Our departure from Slovenia was via train – definitely one of my favorite ways to travel. You get to see so much more of a country than 30,000 feet in the air in a rocketing cylinder. For this leg, our convoy through the Alps took us to Austria. Target… Salzburg. The city is cut in half by the Salzach River, with the Old City on one side and the New City on the other (shocking revelation, I know). The orientation walk lead us through the city, including the shopping district and the main drag. And it is yet another city with a castle. In Europe. Unique. However, I do believe US cities should invest in castles! Fantastic tourist attractions.
The downside to some tours would be that they don’t spend much time in some places. We were only in Salzburg for a day before moving on to Vienna.
Vienna was not what either of us were expecting. The capital city of Austria, it is the country’s most populous city, which was very apparent the moment we arrived. After boarding the subway, the tube ferried us into the city center, which was far more New York-esk than I was imagining. High priced stores lined the street, and don’t forget the Starbuck’s on every corner. Parks were thrown in the mix, and streets were insanely busy. Many praise the metropolis, but it just felt like another US city to us.
We stayed in a hostel-type hotel outside of the city that left a lot to be desired. By far the smallest hotel room I think I have ever stayed in, the bed took up almost the entirety of the space, and was wrenched between three of the four walls. We had to step out of the way of the door in order to close it. My non-walk in closet was larger than the confined “suite”. And quieter.
We did see a musical while in Vienna. Rather than the musical provoking conversation, the building sparked much of the discussion. Not your typical theater, this one was decorated with cardboard cutouts. Unusual in and of itself, but these peculiar designs adorning the ceiling were of cherubs stabbing people, some naked some clothed. It was… bizarre. The ceiling decorations distracted us from the musical, since I cannot for the life of me, recall what the damned play was about.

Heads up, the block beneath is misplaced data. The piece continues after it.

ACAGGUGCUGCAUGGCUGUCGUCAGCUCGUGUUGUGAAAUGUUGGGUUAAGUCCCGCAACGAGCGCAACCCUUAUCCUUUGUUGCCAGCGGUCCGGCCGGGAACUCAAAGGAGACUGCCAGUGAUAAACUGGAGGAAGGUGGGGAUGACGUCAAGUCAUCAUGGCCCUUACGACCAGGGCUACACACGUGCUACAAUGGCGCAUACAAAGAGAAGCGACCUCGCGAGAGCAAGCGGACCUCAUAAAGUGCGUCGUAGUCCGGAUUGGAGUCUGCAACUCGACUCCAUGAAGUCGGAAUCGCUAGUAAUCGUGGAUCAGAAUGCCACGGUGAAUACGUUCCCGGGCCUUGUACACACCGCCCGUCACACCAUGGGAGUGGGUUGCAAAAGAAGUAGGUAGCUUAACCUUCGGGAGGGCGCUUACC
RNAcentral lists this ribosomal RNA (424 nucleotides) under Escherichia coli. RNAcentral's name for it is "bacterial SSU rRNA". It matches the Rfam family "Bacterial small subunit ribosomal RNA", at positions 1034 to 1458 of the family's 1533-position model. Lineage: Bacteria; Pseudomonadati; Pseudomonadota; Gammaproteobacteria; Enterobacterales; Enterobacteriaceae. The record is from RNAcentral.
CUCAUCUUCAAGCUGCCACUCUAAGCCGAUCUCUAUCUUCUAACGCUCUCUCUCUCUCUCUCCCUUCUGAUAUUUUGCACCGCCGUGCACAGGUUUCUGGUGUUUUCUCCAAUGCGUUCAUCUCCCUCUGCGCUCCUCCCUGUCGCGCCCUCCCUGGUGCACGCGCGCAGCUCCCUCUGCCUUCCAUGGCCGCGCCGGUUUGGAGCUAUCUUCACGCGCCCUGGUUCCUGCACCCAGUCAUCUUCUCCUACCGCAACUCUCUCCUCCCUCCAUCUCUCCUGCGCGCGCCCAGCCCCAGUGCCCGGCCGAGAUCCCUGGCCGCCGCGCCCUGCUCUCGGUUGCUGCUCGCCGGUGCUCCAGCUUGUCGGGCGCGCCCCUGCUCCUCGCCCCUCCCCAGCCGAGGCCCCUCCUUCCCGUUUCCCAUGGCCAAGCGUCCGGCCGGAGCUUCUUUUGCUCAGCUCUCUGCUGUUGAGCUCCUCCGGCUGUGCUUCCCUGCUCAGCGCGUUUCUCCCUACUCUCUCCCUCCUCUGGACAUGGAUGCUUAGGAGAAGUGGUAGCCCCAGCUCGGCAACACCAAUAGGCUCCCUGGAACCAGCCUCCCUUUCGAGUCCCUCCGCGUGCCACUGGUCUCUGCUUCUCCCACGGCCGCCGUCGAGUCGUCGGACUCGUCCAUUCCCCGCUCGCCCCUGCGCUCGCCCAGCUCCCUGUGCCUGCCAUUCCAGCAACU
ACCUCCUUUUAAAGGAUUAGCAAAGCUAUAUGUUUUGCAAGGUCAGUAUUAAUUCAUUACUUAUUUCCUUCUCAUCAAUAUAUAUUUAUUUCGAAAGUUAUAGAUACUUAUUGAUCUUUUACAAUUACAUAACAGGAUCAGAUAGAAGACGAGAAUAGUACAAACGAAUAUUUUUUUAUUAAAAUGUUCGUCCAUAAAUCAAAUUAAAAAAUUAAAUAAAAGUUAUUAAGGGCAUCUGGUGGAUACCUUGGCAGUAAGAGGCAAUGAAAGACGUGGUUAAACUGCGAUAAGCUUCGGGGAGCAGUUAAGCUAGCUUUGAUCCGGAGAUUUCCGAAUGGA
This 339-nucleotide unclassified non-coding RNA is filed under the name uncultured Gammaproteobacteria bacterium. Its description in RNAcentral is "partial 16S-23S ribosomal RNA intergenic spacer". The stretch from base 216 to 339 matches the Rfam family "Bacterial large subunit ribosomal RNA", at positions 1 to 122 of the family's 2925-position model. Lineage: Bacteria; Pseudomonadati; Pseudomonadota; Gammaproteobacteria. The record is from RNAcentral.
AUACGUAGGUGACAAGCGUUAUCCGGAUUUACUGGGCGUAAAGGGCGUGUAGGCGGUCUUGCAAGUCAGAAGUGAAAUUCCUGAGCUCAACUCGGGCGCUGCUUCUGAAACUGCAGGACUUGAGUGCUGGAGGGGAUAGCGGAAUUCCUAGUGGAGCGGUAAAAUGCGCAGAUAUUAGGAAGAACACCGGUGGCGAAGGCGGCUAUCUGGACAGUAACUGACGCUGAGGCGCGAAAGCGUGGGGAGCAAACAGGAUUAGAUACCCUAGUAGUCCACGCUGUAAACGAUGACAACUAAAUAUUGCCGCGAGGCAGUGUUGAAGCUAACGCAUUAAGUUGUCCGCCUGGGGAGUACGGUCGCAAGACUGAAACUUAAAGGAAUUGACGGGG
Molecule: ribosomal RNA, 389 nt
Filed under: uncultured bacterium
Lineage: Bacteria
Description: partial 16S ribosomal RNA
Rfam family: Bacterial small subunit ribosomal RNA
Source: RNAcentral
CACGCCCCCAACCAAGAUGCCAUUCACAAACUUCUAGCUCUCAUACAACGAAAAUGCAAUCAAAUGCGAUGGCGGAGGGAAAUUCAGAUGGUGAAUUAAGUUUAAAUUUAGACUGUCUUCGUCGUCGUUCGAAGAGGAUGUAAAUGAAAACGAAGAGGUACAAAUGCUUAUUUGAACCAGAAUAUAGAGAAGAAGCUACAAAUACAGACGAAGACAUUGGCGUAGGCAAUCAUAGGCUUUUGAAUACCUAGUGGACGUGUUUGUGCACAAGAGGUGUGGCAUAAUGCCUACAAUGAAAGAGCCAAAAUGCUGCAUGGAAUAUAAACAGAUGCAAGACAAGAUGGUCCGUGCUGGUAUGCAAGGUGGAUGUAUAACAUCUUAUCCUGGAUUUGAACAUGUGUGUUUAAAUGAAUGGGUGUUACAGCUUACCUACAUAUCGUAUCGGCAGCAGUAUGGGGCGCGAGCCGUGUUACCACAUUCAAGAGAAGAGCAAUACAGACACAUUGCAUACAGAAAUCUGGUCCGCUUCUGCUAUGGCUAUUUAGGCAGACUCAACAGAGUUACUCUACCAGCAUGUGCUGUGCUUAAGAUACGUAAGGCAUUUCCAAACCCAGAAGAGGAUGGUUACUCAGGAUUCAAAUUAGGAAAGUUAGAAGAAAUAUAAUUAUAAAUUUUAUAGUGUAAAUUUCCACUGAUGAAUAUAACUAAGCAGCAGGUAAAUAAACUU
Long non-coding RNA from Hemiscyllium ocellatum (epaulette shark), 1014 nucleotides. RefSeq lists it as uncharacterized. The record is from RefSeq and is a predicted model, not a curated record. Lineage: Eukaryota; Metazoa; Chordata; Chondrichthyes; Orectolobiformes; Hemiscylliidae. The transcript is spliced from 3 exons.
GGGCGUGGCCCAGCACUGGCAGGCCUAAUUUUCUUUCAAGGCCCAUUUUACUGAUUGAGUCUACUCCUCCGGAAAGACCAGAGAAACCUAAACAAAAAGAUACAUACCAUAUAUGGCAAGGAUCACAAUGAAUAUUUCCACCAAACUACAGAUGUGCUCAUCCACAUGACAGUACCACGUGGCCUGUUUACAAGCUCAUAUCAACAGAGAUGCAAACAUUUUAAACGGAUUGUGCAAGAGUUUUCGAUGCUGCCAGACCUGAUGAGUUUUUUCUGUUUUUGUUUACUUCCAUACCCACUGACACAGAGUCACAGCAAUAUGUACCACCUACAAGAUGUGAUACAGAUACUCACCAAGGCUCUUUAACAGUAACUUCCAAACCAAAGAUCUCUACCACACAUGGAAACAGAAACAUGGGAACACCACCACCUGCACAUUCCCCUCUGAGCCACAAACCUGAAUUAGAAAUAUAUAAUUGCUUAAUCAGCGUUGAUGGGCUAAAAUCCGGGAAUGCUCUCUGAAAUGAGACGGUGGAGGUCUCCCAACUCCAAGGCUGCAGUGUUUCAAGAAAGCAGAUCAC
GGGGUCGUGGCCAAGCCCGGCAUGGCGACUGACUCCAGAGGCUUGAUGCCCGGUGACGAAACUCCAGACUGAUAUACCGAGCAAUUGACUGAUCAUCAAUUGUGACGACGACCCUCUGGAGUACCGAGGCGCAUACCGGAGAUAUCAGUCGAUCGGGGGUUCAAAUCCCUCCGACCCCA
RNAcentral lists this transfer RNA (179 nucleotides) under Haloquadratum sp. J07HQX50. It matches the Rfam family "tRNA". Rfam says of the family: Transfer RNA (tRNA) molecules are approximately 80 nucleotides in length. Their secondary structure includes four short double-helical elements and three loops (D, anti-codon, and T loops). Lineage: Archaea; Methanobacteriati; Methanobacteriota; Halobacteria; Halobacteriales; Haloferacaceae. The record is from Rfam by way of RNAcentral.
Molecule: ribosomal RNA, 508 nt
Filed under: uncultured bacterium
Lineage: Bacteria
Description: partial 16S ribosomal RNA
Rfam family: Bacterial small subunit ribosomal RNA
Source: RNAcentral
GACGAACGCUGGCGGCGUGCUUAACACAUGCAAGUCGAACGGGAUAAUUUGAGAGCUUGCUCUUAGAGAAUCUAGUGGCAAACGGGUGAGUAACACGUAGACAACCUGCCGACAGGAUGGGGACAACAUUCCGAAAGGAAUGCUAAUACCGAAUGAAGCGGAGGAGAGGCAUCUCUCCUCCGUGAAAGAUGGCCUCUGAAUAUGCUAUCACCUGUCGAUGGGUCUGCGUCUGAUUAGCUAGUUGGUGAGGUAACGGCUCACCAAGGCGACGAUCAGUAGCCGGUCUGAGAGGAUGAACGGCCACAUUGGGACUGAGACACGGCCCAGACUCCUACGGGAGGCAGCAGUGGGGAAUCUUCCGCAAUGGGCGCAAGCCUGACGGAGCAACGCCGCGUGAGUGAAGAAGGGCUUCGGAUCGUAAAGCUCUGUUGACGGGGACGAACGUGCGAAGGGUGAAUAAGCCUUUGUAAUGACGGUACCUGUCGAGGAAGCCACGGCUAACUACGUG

Our favorite eating establishment quickly became Mariahilferbräu (do not ask me how in hell to pronounce that), and our magnificent waitress, Daniela. Daniela brought us enormous steins of beer and giant pretzels on more than one occasion… she was always friendly and the food was always good. And carb-filled.
Adina, our G Adventures guide, urged us all onto a bus bound for a detour to Germany. The trip entailed taking a bus through the mountains, enroute to the destination in Berchtesgaden, Germany. We passed Hitler’s vacation home perched atop a mountain, known as the Eagle’s Nest – which was disliked by the Nazi due to his fear of heights – before arriving at our destination. We were touring a salt mine, and the oldest active salt mine in Germany. This entailed hopping in a cart and railing through the various caves.
After the brief tour, we headed for a small town for munchies. While I do not recall what pub we popped in to, I do know it was punctuated by beer and pretzels (thankful for photos… Gasthof Goldener Bar). What tasty brews and twisted dough it was! Since we consumed delicious lagers in the country, my table mates and I debated on whether or not that counted as a country visit to Germany. What else does one do in Germany other than drink beer? Therefore, I have concluded that it counts as a country visited since we did, in fact, partake in a foamy inebriant.
Auf Weidersehen, Austria with a side of Germany! Onward to Hungary.